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Bob Gerber, owner of The Antique Man, purchased the famous 825-pound ball of string in 1999 when Haussner's restaurant in Highlandtown closed. Gerber, who paid more than $8,000 for the iconic ball made from the string used to tie laundered linens for the restaurant, plans to sell this collectible within a year. He is downsizing the operation at his Fleet Street antique store. Feb. 4, 2020
Bob Gerber, owner of The Antique Man, purchased the famous 825-pound ball of string in 1999 when Haussner's restaurant in Highlandtown closed. Gerber, who paid more than $8,000 for the iconic ball made from the string used to tie laundered linens for the restaurant, plans to sell this collectible within a year. He is downsizing the operation at his Fleet Street antique store. Feb. 4, 2020 (Amy Davis)

It sits in a Fells Point antique shop, a kitschy keepsake from a classic Baltimore restaurant. Haussner’s may be gone, but its jumbo ball of string rolls on. And it’s for sale — though, at 825 pounds, it might take a modern-day Sisyphus to move it.

Exterior of The Antique Man, a quirky store that has been an institution in the 1800 block of Fleet Street for more than four decades. Feb. 4, 2020
Exterior of The Antique Man, a quirky store that has been an institution in the 1800 block of Fleet Street for more than four decades. Feb. 4, 2020 (Amy Davis)

The four-foot sphere, made from strings that once bundled Haussner’s laundered linen napkins, was a showpiece in the iconic German restaurant in Highlandtown until, after 73 years, it closed in 1999. Then, like the art that graced the place, the ball of string was sold at auction. Bob Gerber bought it for $8,250 to display in his shop, The Antique Man, on Fleet Street.

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“I wanted [the ball] to stay in Baltimore,” Gerber said. “I still get good advertisements off of it. But we’re slowing down now and getting ready to close the business.”

So the string ball is on the market. The price?

“I’d like to get what I paid for it,” Gerber said. “And I’d like it to stay in town.”

A label on the ball, from the 1970s, claims that the string was saved from bundles of 19,794,950 napkins over the course of nearly 50 years and that, if unraveled, it would stretch for 337-1/2 miles. It’s said that Frances Haussner, the restaurant’s matron, balled the string to remind the staff not to use the napkins as cleaning cloths.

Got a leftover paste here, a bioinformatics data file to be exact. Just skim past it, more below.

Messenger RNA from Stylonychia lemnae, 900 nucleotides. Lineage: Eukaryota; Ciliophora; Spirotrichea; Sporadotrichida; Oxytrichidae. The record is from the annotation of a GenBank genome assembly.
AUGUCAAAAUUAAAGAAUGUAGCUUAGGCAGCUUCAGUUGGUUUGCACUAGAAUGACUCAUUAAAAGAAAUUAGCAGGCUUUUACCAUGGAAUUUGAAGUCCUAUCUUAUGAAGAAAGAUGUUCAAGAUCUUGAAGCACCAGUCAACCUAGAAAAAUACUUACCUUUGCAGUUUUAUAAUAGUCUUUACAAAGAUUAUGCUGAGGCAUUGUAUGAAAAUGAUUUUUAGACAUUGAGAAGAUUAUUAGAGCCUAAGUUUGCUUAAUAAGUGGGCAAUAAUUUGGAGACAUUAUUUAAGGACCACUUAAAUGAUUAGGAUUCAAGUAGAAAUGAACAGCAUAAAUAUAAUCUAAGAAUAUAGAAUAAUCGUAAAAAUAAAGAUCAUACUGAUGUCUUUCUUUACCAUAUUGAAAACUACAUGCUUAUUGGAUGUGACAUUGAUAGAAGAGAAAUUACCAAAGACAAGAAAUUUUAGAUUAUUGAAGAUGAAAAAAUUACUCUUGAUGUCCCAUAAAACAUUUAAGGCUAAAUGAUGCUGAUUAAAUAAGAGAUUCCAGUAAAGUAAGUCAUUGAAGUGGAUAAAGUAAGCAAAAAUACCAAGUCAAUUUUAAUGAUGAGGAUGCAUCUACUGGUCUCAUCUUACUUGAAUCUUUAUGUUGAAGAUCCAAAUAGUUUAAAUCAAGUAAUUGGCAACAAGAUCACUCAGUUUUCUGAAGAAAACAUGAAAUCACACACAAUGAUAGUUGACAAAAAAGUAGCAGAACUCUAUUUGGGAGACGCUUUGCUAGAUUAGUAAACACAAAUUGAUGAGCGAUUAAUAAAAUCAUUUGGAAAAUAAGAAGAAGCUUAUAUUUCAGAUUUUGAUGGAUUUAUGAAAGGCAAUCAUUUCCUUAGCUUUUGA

Detail of the famous 825-pound ball of string that is roughly four feet tall. Bob Gerber, owner of The Antique Man, purchased it in 1999 from Haussner's restaurant in Highlandtown when it closed. Gerber, who paid over $8,000 for the iconic ball made from the string used to tie laundered linens for the restaurant, plans to sell this collectible within a year. He is downsizing the operation at his Fleet Street antique store. Feb. 4, 2020
Detail of the famous 825-pound ball of string that is roughly four feet tall. Bob Gerber, owner of The Antique Man, purchased it in 1999 from Haussner's restaurant in Highlandtown when it closed. Gerber, who paid over $8,000 for the iconic ball made from the string used to tie laundered linens for the restaurant, plans to sell this collectible within a year. He is downsizing the operation at his Fleet Street antique store. Feb. 4, 2020 (Amy Davis)

The ball even inspired a song by David DeBoy (author of “Crabs for Christmas”):

"O little town of Baltimore, what pleasures you did bring,

Like Hochschild Kohn, and the Colts’ end zone,

Bob Gerber, owner of The Antique Man, purchased the famous 825-pound ball of string in 1999 when Haussner's restaurant in Highlandtown closed. Gerber, who paid over $8,000 for the iconic ball made from the string used to tie laundered linens for the restaurant, plans to sell this collectible within a year. He is downsizing the operation at his Fleet Street antique store. Feb. 4, 2020
Bob Gerber, owner of The Antique Man, purchased the famous 825-pound ball of string in 1999 when Haussner's restaurant in Highlandtown closed. Gerber, who paid over $8,000 for the iconic ball made from the string used to tie laundered linens for the restaurant, plans to sell this collectible within a year. He is downsizing the operation at his Fleet Street antique store. Feb. 4, 2020 (Amy Davis)
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